|Toronto Maple Leafs defenceman Tomas Kaberle gets away from Philadelphia Flyers forward Ville Leino at the Air Canada Centre on April 6, 2010. (Getty Images)
Brian Burke will enjoy some July 4 fireworks, but whether it involves a Tomas Kaberle trade or landing another free agent remains to be seen.
Friday’s second round of UFA shopping passed quietly for the Maple Leafs, who made a major trade for winger Kris Versteeg the day before the market opened and signed winger Colby Armstrong on Thursday.
Burke said that any Kaberle deal will not likely happen now until next week.
“It’s the holiday weekend in the U.S., and some other free agent defencemen still have to find homes,” Burke said.
“When that settles, I’m sure teams (who didn’t fill their holes on the blueline) will take another look next week.”
Burke is adamant that he has set a price for Kaberle, will not take anything less and is not actively shop him.
But the Versteeg and Armstrong moves mean he definitely seeks a first or second line centre in return.
If nothing gets done, Burke does hold Kaberle’s rights for another year at an affordable $4.25 million US and the Leafs defence would be that much deeper. But it’s hard to believe a second summer will go by without cashing in Kaberle for help up front.
The 32-year-old’s trade window closes on Aug. 15. Burke will be on his phone all weekend, but doubted if any free agents will be signed until early next week if at all.
The longer Ilya Kovalchuk remains unsigned by a big market team in the U.S., the more speculation grows that the Leafs are somehow going to get involved in pursuing the 50-goal scorer.
But Burke balked at the kind of mega-contract numbers that such a deal would require and insists the Leafs aren’t involved.
“That is, unless the bottom falls right out of the market and he circles back around,” Burke said.
Changing the locks
At some National Hockey League arenas this time of year, candles are burning for free agents to come back to their old teams.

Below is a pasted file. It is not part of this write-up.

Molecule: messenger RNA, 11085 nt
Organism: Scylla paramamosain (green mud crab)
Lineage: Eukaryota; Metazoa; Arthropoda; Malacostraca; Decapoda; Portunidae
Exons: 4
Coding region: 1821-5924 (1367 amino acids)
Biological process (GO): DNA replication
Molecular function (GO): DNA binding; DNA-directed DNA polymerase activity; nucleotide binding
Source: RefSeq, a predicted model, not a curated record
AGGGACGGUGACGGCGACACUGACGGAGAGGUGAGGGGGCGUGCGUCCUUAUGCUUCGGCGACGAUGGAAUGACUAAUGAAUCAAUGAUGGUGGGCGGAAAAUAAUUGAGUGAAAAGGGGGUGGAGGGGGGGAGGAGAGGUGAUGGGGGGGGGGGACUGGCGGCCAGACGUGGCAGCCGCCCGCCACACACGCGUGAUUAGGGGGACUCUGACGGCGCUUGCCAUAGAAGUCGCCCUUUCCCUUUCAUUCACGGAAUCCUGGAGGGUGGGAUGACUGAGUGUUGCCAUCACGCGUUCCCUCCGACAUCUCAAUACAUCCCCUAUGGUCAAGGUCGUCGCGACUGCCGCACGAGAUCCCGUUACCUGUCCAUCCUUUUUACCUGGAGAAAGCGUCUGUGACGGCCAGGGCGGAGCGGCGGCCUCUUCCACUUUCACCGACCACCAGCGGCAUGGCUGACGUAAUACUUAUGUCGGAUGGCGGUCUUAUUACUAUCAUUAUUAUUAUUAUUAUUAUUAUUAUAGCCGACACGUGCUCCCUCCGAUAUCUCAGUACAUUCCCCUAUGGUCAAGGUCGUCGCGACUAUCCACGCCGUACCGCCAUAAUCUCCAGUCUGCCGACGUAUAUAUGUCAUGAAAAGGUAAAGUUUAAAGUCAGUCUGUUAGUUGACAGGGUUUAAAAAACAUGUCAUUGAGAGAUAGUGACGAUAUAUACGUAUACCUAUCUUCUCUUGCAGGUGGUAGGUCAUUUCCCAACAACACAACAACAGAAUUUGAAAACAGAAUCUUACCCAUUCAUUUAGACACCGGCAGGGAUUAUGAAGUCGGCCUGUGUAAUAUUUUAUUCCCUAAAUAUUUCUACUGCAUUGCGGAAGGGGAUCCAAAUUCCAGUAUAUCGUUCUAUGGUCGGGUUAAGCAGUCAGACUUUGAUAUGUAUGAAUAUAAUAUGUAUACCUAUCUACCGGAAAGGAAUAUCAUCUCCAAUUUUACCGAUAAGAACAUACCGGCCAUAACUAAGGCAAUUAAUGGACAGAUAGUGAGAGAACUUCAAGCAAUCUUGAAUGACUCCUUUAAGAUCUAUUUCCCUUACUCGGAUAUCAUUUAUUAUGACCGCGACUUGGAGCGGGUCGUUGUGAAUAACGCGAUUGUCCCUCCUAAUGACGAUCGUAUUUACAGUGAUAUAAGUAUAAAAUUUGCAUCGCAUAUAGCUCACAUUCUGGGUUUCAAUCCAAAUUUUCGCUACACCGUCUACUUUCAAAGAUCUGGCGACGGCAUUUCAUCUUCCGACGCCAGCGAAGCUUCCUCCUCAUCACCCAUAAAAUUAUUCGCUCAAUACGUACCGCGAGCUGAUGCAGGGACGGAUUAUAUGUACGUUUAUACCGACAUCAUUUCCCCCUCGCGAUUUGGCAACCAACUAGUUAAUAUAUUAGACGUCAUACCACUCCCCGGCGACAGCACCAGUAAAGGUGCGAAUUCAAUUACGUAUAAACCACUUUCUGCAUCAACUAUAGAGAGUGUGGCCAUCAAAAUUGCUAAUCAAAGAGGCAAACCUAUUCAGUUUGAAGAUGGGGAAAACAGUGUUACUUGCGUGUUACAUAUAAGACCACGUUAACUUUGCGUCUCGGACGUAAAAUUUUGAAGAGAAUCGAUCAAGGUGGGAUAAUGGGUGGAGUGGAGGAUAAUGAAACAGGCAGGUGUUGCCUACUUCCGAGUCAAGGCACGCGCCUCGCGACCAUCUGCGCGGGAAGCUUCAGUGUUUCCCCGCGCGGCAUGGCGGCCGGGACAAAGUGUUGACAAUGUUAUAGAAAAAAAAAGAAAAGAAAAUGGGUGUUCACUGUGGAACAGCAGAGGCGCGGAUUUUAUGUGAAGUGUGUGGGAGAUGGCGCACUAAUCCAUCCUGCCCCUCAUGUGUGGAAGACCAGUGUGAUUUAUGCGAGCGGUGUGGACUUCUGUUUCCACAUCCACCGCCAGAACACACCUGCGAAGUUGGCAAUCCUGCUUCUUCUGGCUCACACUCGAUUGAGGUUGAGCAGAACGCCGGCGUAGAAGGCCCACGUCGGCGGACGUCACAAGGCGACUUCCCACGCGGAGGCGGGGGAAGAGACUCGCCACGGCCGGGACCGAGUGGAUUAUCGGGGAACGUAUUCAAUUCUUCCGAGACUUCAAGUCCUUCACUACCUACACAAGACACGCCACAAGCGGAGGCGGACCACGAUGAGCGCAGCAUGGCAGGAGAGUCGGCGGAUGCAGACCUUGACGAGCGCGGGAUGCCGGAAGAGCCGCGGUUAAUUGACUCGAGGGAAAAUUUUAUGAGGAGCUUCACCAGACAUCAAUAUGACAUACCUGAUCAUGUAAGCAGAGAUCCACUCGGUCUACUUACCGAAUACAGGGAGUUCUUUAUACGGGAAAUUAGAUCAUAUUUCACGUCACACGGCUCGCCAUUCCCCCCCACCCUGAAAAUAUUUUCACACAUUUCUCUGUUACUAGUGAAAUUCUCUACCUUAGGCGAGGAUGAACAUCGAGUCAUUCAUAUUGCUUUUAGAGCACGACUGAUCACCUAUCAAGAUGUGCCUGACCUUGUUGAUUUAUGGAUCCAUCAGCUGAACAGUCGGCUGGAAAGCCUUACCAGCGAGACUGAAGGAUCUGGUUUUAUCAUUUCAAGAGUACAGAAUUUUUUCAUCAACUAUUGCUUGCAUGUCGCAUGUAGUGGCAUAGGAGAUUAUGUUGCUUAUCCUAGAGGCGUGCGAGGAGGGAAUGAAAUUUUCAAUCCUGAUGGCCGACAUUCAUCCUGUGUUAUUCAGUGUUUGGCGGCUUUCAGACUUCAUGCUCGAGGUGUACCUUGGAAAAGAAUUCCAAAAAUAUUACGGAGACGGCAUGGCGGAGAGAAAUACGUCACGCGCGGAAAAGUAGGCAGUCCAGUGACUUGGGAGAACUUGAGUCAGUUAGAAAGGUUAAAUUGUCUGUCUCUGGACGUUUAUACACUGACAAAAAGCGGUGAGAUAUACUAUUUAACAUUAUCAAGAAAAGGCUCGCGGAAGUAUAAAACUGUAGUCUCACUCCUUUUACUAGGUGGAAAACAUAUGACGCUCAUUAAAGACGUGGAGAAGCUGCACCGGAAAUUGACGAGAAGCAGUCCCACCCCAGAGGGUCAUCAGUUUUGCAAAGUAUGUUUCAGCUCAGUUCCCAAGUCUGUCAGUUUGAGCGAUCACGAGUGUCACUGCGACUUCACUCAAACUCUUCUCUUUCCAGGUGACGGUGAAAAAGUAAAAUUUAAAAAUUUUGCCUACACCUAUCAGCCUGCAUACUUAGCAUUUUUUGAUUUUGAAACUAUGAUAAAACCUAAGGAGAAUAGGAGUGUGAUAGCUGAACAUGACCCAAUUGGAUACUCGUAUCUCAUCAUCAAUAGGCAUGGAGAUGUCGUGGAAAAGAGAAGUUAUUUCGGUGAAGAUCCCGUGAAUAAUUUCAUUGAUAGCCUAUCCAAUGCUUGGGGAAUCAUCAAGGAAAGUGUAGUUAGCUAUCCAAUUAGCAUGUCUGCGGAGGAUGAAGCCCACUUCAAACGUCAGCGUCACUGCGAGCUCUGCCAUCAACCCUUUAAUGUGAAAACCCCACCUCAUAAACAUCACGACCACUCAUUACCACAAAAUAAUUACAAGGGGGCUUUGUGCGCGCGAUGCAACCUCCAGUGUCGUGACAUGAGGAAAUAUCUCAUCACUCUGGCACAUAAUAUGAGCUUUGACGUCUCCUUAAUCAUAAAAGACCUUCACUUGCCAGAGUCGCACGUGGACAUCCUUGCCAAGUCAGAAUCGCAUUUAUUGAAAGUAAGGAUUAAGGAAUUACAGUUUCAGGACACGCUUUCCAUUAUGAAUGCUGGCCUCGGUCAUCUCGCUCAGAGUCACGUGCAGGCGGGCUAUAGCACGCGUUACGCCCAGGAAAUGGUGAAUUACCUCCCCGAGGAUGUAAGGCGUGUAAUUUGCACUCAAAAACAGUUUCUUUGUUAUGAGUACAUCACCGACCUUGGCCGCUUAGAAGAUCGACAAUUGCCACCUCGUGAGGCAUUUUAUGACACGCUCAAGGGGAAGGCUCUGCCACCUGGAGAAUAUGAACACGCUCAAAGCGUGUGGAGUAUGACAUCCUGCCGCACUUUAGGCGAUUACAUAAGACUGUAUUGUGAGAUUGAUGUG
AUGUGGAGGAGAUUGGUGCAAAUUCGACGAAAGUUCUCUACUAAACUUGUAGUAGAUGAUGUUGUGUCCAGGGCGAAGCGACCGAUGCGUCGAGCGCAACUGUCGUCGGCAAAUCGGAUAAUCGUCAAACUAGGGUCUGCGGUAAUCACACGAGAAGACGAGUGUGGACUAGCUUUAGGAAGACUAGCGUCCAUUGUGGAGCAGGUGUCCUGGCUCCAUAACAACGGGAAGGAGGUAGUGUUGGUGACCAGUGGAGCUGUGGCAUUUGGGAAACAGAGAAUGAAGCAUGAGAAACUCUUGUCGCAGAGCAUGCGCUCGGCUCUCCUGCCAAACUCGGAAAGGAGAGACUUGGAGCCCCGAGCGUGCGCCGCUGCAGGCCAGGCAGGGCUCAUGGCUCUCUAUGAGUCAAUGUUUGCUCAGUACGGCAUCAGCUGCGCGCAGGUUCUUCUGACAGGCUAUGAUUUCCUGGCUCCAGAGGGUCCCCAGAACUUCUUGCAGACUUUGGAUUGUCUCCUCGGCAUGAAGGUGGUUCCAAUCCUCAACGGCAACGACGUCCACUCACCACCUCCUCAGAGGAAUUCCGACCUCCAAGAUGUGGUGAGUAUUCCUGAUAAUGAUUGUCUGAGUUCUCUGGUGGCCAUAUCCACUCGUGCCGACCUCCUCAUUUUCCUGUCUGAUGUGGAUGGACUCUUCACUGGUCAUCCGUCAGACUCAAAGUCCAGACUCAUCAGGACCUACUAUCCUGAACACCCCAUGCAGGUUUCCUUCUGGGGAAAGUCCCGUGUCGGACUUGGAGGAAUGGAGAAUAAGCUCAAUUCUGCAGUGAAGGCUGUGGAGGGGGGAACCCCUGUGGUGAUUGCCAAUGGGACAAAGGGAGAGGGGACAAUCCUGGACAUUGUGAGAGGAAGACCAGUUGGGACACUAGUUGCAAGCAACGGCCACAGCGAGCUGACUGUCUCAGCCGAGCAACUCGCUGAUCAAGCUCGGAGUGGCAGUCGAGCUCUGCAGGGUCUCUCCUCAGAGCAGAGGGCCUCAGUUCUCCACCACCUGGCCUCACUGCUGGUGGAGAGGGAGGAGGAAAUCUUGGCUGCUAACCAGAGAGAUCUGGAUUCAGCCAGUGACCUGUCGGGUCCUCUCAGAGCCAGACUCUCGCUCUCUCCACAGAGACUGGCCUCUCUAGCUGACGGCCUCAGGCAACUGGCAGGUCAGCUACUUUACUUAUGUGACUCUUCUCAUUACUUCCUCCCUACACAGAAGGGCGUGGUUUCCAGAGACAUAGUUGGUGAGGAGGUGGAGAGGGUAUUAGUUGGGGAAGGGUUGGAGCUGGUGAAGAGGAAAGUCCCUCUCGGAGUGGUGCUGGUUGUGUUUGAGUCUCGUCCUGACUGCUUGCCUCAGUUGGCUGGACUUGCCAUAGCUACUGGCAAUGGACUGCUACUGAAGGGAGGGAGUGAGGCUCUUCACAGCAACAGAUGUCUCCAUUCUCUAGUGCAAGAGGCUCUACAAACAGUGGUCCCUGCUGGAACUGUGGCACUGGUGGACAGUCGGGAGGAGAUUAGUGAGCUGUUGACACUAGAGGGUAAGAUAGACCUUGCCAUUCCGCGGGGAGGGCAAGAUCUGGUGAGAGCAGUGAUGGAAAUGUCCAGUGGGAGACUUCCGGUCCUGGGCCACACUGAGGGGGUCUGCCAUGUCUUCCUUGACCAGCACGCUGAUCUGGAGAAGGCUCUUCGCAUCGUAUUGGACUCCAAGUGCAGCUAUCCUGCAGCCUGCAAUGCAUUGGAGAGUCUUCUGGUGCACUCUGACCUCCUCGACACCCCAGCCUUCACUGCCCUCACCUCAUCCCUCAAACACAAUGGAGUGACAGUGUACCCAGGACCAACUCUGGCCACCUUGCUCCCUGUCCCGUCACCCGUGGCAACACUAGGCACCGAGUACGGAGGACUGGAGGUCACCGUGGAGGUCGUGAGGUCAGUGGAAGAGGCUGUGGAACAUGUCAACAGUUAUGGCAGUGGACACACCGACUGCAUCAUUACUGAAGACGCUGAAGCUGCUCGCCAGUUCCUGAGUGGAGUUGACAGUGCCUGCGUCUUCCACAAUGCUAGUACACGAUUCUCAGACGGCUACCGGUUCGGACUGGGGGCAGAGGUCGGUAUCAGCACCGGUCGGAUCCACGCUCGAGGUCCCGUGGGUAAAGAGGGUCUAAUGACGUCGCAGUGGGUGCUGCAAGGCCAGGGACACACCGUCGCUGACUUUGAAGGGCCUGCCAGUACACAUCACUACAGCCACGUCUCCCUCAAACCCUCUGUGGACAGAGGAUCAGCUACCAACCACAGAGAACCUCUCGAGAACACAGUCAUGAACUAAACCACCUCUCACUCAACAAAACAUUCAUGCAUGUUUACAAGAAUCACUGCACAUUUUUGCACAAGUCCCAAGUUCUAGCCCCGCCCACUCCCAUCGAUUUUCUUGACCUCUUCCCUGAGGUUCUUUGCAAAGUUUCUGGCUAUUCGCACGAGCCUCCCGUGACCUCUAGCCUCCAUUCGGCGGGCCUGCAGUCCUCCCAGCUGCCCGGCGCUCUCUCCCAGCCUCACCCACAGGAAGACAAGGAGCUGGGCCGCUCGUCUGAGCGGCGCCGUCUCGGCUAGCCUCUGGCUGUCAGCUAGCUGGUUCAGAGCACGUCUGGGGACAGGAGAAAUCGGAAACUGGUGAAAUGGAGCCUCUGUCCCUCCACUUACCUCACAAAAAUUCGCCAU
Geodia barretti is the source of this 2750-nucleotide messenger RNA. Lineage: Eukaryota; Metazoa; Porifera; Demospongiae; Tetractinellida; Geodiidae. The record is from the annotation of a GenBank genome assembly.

Defenceman Pavel Kubina was the latest to be humming the old Hagood Hardy Homecoming tune, returning on Friday to the site of his happiest NHL memories, the 2004 Stanley Cup champion Tampa Bay Lightning.
A couple of ex-Leafs apparently got misty-eyed on Canada Day, too. Asked if any of the numerous unrestricted Leafs had picked up the phone, Burke said he heard from at least two of their agents, though he refused to divulge any player names. Not that it would have mattered.
“We’re moving forward now,” Burke said.
Some ex-Leafs would have been out of the question to return, such as struggling goaltender Vesa Toskala, who was moved to San Jose along with Jason Blake for Jean-Sebastien Giguere.
And as strong as winger Lee Stempniak finished with the Phoenix Coyotes, there wouldn’t likely be a lot of sentiment to bring him back, since Burke didn’t trade for him in the first place.
One candidate who probably wouldn’t mind returning is winger Alexei Ponikarovsky, whose wish for a long-term deal in Pittsburgh after being dealt for Luca Caputi likely won’t be realized. He was a steady 20-goal range producer for the Leafs for five years, but didn’t do much in his brief time as a Penguin. Agent Rick Curran could not be reached for comment.